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Government pledges could require patient charges, financial experts say

The Government may have to introduce GP appointment charges unless it comes up with another plan to fund its seven-day access pledge, an influential accountancy institute has said.

The Chartered Institute of Public Finance (Cipfa)’s detailed financial analysis of the NHS five-year plan and Government pledges concluded the Government has just three options: charge patients to see a doctor; reduce services; or increase funding by significantly more than the £8bn pledged.

NHS England has claimed its Five Year Forward View’s plans to switch to new models of care – including GPs working at scale and with hospital trusts – could save a required £22bn by 2020.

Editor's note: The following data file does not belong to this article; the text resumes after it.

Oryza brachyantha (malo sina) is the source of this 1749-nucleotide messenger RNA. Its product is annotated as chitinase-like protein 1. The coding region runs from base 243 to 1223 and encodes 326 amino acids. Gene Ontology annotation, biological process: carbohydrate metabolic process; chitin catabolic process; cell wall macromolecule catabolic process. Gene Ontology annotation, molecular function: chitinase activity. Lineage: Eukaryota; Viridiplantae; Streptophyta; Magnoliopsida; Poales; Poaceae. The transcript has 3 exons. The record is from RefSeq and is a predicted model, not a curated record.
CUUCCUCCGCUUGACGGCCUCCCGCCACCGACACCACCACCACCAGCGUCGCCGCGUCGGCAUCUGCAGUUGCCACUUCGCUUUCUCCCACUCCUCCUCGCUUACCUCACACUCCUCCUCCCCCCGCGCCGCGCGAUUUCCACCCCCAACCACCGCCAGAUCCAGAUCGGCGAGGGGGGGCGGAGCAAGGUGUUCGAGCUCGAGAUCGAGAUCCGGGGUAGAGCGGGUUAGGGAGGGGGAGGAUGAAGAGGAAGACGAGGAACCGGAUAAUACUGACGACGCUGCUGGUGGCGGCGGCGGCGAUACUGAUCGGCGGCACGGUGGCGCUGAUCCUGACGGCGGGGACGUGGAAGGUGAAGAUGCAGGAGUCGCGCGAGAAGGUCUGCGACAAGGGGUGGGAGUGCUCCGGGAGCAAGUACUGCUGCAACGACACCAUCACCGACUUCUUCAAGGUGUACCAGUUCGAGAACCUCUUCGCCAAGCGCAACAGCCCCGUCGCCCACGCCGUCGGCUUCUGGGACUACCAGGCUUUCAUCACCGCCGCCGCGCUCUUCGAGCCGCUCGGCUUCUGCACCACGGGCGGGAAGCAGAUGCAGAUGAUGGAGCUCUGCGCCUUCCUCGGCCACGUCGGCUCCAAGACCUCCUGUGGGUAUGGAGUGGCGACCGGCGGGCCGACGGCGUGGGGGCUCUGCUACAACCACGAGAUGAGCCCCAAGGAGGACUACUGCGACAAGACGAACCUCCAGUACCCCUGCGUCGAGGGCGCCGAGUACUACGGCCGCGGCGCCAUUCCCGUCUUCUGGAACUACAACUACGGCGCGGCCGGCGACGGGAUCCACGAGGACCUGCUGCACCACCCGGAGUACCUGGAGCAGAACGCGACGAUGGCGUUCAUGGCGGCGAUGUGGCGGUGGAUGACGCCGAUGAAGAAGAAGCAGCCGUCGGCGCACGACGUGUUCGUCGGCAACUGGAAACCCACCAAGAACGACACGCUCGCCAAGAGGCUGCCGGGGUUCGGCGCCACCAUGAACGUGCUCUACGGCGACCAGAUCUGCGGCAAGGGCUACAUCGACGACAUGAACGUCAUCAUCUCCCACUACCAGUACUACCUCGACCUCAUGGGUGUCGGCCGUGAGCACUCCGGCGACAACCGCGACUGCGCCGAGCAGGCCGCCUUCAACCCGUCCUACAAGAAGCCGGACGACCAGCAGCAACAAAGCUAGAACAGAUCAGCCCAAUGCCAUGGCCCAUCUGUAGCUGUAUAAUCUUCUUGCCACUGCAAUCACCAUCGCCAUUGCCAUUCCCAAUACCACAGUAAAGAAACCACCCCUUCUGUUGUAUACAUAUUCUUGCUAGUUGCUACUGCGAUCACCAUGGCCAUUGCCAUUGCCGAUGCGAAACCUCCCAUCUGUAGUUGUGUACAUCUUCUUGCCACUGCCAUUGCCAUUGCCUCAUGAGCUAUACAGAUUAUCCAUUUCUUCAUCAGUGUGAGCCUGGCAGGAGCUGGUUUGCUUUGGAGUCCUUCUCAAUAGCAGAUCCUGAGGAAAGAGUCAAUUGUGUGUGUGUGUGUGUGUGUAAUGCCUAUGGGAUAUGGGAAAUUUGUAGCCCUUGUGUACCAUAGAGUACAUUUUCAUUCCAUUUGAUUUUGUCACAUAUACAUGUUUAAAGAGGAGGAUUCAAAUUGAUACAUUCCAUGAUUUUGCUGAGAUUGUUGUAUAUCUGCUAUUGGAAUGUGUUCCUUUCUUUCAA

But Cipfa’s analysis found that it had failed to take into account the Prime Minister’s plan for evening and weekend GP appointments, same-day appointments for over-75s or increasing pressure on health services stemming from social care and benefits being cut.

The report also said the ‘unproven’ experimentation with different models of care ‘carry a big risk of delay or underachievement’.

This means the Government may have to consider ‘charging for “hotel costs” in health’ or ‘flat rate contributions towards visits to the doctor or A&E; paying a proportion of treatment costs (as in France); or insurance approaches’.

The economists concluded: ‘As things stand, the Government is left with three choices: charge patients to use some services such as a flat rate contributory fee to see the doctor, reduce services, or increase funding.’

Cipfa chief executive Rob Whiteman said: ‘The NHS is presently beset by a Five Year Forward View and resource assumptions that will not add up.’

It comes as GP leaders have pleaded with the Government to focus on solving the problem of an over-worked and under-staffed GP service five days a week rather than stretching it across seven.